There are better ways to gain self-respect

I am greatly disturbed. I just finished reading the article titled “Chance encounter changes self-image” in the Nov. 17 News. The caption under the photo, “gained self-confidence and respect on a trip to Italy,” is what initially caught my eye because my older daughter spent two years in Italy and it certainly helped her self-confidence.

The article began with the author, a college student spending a month in Rome studying economics and politics, as a member of a group of girls she described as “stuck-up, back-stabbing, prep-school rejects.” I felt bad for her. She joined these girls for a night on the town, which is fine, and they ended up in a pub for “British expats and tourists.” The article went downhill from there, as her confidence booster involved putting herself in a potentially compromising situation that could have ended very badly – and often does for other girls.

I am shocked that this article would be featured on the front page of the Life & Arts section as a Women’s Voices article. I thought that women were trying to fight against the idea of needing the attention of a sleazy guy who probably hits on girls every night looking for a one-night stand to gain confidence and self-respect.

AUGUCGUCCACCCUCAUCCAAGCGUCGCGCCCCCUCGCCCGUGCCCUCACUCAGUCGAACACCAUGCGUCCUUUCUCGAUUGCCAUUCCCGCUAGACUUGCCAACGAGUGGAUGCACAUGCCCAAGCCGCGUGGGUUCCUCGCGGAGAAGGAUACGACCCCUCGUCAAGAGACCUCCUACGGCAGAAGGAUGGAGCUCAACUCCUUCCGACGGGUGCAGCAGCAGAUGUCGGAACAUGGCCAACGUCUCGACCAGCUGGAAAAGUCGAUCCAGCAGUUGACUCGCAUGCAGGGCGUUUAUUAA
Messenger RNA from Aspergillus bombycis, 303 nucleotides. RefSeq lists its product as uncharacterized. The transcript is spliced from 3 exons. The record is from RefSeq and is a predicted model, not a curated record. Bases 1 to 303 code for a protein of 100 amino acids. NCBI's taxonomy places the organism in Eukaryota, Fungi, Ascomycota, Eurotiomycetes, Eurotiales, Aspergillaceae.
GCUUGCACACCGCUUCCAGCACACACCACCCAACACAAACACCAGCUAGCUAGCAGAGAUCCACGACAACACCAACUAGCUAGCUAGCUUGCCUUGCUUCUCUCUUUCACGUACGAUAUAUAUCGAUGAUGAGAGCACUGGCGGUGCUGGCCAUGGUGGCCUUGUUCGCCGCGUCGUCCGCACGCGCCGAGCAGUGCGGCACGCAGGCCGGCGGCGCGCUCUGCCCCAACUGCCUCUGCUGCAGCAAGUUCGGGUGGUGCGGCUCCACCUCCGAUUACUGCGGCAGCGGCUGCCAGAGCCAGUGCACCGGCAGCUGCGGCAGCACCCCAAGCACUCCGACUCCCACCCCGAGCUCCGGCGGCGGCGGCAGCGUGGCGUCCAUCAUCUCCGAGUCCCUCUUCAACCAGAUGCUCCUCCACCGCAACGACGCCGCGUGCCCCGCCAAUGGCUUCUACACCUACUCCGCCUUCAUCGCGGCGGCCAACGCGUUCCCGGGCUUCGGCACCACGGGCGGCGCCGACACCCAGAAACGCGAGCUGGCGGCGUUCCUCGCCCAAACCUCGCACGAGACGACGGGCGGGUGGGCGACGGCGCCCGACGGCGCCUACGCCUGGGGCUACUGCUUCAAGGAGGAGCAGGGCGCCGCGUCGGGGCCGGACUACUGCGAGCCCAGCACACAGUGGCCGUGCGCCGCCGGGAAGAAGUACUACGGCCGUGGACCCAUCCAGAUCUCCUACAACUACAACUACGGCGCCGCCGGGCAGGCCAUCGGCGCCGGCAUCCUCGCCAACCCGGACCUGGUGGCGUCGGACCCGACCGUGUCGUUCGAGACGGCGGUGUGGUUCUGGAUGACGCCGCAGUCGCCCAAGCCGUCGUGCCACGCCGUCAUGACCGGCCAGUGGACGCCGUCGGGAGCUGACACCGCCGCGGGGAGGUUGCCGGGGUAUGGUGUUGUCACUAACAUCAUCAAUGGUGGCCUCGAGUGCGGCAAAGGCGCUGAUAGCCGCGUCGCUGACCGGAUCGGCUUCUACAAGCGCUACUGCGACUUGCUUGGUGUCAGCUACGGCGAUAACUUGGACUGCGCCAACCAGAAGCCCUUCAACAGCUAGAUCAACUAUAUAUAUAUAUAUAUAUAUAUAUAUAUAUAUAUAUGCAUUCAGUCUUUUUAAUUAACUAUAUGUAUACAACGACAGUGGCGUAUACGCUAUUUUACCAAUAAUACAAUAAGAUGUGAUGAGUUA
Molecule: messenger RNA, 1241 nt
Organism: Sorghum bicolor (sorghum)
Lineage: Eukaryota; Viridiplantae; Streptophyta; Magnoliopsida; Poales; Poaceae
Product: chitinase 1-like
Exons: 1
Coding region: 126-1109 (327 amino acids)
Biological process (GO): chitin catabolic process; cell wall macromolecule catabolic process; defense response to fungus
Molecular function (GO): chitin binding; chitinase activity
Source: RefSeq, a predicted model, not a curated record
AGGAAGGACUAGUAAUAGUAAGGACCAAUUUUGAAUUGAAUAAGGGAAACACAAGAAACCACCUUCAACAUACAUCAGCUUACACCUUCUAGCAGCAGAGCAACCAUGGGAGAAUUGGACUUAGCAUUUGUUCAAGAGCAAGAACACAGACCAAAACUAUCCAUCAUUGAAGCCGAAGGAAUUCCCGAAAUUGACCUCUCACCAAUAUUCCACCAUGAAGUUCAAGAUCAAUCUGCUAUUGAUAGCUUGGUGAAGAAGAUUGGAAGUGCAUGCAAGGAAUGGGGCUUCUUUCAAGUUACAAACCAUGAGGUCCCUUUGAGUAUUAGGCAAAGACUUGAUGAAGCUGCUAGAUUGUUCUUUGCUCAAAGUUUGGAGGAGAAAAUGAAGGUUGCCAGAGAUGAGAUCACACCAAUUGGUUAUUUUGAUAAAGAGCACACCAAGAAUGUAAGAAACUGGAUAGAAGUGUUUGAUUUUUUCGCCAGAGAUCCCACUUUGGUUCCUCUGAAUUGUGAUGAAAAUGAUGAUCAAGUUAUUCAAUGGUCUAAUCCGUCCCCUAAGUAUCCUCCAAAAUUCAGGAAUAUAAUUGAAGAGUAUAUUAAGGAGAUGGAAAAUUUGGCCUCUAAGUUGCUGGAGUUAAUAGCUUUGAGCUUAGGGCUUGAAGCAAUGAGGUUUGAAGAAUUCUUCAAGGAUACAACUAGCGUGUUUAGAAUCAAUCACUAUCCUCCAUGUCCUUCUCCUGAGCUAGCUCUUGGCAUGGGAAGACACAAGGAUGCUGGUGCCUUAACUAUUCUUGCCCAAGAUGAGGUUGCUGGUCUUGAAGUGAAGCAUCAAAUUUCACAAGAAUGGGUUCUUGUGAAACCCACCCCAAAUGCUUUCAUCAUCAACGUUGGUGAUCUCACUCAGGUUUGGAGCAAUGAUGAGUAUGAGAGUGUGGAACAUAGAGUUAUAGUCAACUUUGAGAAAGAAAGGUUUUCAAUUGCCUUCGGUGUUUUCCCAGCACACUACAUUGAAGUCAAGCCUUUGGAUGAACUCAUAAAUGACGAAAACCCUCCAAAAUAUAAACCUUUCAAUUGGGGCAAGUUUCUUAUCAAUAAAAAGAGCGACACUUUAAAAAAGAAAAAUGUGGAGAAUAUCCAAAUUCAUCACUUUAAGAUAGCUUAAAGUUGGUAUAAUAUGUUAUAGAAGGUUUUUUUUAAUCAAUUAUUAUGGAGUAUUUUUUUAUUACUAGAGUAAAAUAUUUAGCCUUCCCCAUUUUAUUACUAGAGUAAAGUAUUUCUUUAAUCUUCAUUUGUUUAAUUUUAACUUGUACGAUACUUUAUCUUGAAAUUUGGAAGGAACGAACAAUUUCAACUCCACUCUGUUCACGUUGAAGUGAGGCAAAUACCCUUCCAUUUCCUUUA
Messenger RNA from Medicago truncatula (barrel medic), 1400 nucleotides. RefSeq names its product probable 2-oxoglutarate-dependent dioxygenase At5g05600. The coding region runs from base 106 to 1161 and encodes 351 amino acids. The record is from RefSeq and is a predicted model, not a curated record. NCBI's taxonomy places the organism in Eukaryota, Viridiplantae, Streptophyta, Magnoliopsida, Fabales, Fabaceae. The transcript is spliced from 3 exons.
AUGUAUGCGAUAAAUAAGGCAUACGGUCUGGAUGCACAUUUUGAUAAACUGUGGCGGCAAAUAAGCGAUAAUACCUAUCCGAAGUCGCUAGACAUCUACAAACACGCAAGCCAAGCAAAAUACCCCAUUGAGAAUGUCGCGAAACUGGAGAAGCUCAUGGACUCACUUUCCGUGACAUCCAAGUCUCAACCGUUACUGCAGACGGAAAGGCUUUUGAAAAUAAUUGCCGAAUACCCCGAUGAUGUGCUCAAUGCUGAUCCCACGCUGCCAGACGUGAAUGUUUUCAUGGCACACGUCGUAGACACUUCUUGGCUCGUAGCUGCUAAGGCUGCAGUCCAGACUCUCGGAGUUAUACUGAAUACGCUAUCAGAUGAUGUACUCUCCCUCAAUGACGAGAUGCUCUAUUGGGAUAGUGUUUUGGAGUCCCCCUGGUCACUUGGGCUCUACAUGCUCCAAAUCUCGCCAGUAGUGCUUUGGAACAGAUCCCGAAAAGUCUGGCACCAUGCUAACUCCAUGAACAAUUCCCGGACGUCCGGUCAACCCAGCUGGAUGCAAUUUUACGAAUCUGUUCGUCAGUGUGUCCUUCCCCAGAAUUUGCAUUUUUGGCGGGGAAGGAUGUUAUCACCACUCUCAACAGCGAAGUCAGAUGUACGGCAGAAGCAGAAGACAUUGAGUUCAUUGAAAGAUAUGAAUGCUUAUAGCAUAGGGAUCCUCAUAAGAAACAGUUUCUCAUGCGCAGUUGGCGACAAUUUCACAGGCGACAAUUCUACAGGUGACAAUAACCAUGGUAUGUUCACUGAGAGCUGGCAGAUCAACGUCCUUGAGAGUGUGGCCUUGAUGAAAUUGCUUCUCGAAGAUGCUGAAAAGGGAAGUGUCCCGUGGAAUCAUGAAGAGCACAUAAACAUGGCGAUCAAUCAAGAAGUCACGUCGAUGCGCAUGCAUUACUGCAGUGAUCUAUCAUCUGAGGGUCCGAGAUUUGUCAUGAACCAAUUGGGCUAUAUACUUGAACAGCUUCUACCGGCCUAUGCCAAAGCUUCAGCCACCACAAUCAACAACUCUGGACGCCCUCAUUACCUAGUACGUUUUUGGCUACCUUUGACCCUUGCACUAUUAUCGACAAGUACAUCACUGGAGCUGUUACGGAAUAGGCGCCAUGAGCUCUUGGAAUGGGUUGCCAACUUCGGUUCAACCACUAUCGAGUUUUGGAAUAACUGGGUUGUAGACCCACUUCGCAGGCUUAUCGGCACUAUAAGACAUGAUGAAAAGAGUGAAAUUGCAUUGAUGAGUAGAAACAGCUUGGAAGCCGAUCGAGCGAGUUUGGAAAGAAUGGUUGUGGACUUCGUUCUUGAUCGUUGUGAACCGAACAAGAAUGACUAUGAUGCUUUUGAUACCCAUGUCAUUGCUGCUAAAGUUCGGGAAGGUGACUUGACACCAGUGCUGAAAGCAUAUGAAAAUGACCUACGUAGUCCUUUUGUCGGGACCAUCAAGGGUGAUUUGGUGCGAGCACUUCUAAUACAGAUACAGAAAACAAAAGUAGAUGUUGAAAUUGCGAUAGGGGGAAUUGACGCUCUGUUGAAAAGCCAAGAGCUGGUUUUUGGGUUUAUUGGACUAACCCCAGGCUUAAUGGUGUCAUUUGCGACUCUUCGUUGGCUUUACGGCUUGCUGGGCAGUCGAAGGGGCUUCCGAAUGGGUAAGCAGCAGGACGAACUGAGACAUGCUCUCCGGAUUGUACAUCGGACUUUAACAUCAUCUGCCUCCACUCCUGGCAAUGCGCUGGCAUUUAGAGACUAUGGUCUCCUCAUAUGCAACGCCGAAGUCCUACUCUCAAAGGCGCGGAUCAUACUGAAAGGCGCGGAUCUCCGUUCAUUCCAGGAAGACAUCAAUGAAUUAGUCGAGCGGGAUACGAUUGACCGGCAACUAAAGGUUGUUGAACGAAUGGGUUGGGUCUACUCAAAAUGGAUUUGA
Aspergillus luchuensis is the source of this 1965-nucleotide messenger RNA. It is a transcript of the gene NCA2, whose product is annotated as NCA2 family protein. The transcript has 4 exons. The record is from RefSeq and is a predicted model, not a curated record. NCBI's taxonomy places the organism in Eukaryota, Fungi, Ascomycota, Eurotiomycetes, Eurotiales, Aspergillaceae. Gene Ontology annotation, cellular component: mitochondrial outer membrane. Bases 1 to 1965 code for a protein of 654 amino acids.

To gain self-confidence and a sense of accomplishment in a foreign country, break away from the stereotypical studying abroad party mold. Immerse yourself in the culture, history, art and architecture of the city. Learn some Italian, even if it’s just enough to order an espresso. Make some real friends from other cultures and broaden your worldview. Please don’t waste such an opportunity by using it to further the mistaken notion that young women need to compromise themselves in order to gain some “respect.”

Michael Zwink

Clarence Center